For my birthday recently, my son and daughter-in-law gave me a sølje, a type of jewelry pin worn with a traditional Norwegian costume, the bunad. They thought I should have one of these beautiful pieces of artwork prior to my trip to Norway this summer. This gift prompted me to do a little research on the bunad.
I turned to the Viking magazine, a publication of the Sons of Norway organization. They ran a feature article on the bunad in the May, 2013 issue. According to this article, the bunad is worn on festive occasions and consists of a complete outfit. Each region, valley, or town has its own style, and there are over 450 types of bunads in Norway. Not everyone owns one because they are very expensive and are worn only once or twice a year.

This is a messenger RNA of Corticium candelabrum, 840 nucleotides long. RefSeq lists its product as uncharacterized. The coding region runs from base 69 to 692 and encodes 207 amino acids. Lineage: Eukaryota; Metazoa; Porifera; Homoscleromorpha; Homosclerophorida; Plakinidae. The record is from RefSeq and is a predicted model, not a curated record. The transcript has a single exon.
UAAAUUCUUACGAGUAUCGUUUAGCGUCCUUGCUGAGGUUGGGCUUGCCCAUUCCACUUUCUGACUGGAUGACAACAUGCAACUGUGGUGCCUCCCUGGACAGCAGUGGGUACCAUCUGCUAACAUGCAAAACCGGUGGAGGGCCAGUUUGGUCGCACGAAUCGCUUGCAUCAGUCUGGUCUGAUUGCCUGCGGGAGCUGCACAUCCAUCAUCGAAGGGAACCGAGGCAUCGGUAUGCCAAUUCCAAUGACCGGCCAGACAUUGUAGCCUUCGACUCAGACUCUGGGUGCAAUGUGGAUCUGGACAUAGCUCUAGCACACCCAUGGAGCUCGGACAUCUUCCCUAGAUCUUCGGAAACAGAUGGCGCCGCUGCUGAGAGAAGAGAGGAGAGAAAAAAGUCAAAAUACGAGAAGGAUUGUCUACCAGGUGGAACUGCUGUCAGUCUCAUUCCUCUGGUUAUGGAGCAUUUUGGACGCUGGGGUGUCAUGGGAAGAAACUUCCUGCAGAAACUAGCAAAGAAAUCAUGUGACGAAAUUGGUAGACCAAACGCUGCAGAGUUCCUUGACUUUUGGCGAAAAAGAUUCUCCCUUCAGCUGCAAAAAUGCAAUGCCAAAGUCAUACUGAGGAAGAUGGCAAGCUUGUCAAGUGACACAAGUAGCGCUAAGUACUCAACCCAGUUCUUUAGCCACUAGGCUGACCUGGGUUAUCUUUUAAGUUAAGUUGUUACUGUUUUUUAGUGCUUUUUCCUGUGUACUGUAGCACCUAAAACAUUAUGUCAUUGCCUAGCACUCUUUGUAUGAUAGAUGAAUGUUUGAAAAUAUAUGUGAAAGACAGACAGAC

To identify the style of bunad my family should wear, I needed to identify my specific ancestral area. So, what exactly is my ancestral area? I thought it was the Bø municipality of Nordland. Then my husband/tech adviser spent his lunch hours in April and May searching the online Norwegian archives to verify this. He found that my family lived in fishing villages all over Nordland–Vesterålen, Lofoten, and Helgeland. Before that (prior to the Napoleonic Wars) they lived in Bergen.
To represent all these areas, I would need a chest full of pins. I have no idea which bunad I should wear.
I probably should not wear one at all. Besides, when would I wear it? In Colorado we do not celebrate Norwegian holidays. I guess I could wear one to weddings, but that would be rather impractical here. A bunad is quite warm, and most weddings occur during the summer. I think I will stick with the jewelry and wear the gift I received.
I am eager to look for other examples of these pins in Norway. Maybe I can find some in the Ringsaker District of Hedmark where my husband’s family lived for hundreds of years. Pins from that locality would be nice gifts for my granddaughters. And maybe I can get a picture of THEIR bunad.